Black Diamond Viper
The Black Diamond Viper, a high-tech all-terrain tool. Available with either hammer or adze, this fully modular unit is as functional and reliable as your longtime partner, perhaps more so.
Black Diamond Viper| $239.95 bdel.com ★★★★★
It’s easy in this new world order of knobby-handled, leashless mixed tools to lose sight of reality. While we all might fantasize about sending M11 or kicking that little (OK, he’s big) Russian’s behind in the Ouray mixed finals, the cold hard fact is that we need tools that will actually climb ice, and usually need leashes.
Enter the Black Diamond Viper, a high-tech all-terrain tool. Available with either hammer or adze, this fully modular unit is as functional and reliable as your longtime partner, perhaps more so. Weighing 1 pound 5 ounces (for the hammer), the Viper is light and well balanced. It swings in a natural arc, and, when fitted with the stock Laser pick, knifes cleanly even into brittle, sub-zero ice. The pick is tough, too. I torqued the bejeezus out of it numerous times and it didn’t break. If you intend to use the tool more for rock than ice, simply outfit it with the thicker and toothier Fusion pick ($36.95), which can stand up to more sharpenings and works better for stein-pulling.
The Viper has been out a few seasons and I can’t say that I ever used the original design. The new design, however, rocks. The aluminum shaft has been sculpted using a crazy hydroforming process (they use water to shape metal!) that gives the shaft a unique triangular shape, much like that of a viper! The shape gives the shaft a smidge more clearance and stiffness than a round shaft. Stiffness equals less vibration for a better feel and better stickage in ice.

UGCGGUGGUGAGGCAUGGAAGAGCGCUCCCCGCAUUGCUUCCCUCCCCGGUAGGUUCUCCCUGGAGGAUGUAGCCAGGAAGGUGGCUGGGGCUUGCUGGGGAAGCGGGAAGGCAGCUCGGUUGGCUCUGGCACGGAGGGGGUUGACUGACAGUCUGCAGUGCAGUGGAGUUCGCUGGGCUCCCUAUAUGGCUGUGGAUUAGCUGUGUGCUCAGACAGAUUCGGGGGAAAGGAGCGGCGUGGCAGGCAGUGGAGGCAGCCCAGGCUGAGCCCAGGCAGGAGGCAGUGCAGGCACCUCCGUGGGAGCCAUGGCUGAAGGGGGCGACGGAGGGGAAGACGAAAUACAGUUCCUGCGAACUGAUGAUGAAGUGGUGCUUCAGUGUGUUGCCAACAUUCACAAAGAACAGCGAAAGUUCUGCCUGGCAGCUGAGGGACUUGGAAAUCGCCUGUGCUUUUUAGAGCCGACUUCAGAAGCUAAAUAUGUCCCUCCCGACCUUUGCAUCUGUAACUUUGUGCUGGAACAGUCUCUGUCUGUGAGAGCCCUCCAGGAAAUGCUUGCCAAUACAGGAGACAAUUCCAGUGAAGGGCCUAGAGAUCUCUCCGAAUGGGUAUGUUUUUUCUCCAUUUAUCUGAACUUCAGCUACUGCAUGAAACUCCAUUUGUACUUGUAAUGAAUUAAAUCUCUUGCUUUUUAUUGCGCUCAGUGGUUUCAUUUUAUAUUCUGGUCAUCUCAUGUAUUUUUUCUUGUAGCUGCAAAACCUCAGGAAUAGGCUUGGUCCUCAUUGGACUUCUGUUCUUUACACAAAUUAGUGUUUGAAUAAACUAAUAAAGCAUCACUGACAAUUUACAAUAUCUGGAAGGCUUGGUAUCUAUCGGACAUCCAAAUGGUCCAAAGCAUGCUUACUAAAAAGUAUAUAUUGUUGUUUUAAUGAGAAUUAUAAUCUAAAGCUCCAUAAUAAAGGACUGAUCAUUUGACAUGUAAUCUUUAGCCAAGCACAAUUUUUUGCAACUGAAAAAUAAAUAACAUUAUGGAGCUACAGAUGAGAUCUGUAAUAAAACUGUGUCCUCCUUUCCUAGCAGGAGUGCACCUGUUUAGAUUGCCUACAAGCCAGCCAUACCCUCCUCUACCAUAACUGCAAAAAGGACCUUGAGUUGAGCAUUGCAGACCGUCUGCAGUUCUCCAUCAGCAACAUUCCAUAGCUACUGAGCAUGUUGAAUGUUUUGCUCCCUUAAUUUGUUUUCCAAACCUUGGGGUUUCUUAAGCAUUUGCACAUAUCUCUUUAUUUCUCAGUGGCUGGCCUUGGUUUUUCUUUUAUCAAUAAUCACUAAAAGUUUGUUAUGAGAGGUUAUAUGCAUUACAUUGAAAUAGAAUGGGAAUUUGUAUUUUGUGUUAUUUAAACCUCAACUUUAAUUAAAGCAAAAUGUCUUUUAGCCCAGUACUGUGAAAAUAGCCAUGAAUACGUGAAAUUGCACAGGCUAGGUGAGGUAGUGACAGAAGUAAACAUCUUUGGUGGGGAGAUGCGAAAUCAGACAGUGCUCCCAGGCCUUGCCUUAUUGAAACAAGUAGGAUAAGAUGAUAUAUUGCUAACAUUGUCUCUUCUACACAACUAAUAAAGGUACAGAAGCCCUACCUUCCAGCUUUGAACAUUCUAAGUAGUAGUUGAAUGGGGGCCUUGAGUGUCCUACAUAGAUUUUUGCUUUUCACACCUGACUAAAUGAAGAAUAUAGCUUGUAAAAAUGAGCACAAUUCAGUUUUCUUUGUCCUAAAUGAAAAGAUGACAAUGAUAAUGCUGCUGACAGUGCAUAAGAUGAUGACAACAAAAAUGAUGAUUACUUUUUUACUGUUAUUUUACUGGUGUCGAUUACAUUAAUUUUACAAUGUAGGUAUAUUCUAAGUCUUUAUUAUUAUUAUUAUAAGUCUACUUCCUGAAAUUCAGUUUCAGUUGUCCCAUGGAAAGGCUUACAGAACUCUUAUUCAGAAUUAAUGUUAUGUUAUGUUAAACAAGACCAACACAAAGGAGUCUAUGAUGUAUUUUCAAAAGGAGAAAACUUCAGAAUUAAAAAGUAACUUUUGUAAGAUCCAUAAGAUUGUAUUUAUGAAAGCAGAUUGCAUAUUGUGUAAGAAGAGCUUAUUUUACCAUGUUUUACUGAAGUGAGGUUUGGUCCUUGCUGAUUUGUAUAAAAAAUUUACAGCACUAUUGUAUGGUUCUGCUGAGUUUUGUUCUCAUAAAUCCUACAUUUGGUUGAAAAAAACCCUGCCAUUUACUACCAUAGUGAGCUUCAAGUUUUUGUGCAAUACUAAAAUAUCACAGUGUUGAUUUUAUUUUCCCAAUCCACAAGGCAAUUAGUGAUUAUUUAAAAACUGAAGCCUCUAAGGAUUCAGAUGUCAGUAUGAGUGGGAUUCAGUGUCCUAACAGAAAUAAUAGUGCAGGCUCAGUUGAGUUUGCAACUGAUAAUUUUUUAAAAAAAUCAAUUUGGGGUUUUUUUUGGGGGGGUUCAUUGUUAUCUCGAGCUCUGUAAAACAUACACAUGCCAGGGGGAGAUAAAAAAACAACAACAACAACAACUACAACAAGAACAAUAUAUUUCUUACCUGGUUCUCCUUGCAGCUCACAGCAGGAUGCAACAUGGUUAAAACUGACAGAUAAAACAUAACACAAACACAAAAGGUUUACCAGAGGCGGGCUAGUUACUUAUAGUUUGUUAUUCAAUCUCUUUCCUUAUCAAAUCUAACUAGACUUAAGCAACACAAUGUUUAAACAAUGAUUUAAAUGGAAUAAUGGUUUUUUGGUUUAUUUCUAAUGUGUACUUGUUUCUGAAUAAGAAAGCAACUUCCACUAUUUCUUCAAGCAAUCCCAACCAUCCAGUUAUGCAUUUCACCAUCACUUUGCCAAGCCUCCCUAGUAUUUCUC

On the grip end are two pinky shelves, one above the spike for swinging, and a higher, removable shelf for choking up and matching. (Hang from the upper shelf while you advance your other tool and you will reduce the number of tool placements by about 20 percent.) Neither shelf is super aggro, but they support your hand well enough to minimize fatigue and don’t really get in the way. Conventional ice-tool loops work with this design. At the other end of the tool you get a spike with, rare for a technical tool of this sort, a carabiner hole. Often, after solidly placing a tool, I clipped the rope to the spike as added peace of mind while placing an ice screw. On dry-tooling stretches with just-out-of-reach bolts, I used the Viper cheat-stick style, hooking the bolt hanger with the tool’s pick and clipping a draw to the spike.
Available with either hammer or adze, this fully modular unit is as functional and reliable as your longtime partner, perhaps more so.
I used both the micro hammer and adze and dug the serrated, pointed adze for camming into cracks and hacking out snowy rot. The hammer is small, making it light, but is so small and light it’s tough to drive a pin. If you are going to be hammering on a regular basis, I suggest switching one tool to the optional full-size hammer head (add 2.6 ounces).
For mixed climbing I used the tool leashless, but for sustained pillar ice, add the Android Leash ($39.95). This nifty job connects directly to the tool’s shaft, and disconnects with the simple press of a lever, enabling you to go leash on or leashless on the same pitch. Whoa! A cinchable harness cradles your wrist to minimize pump and maximize confidence.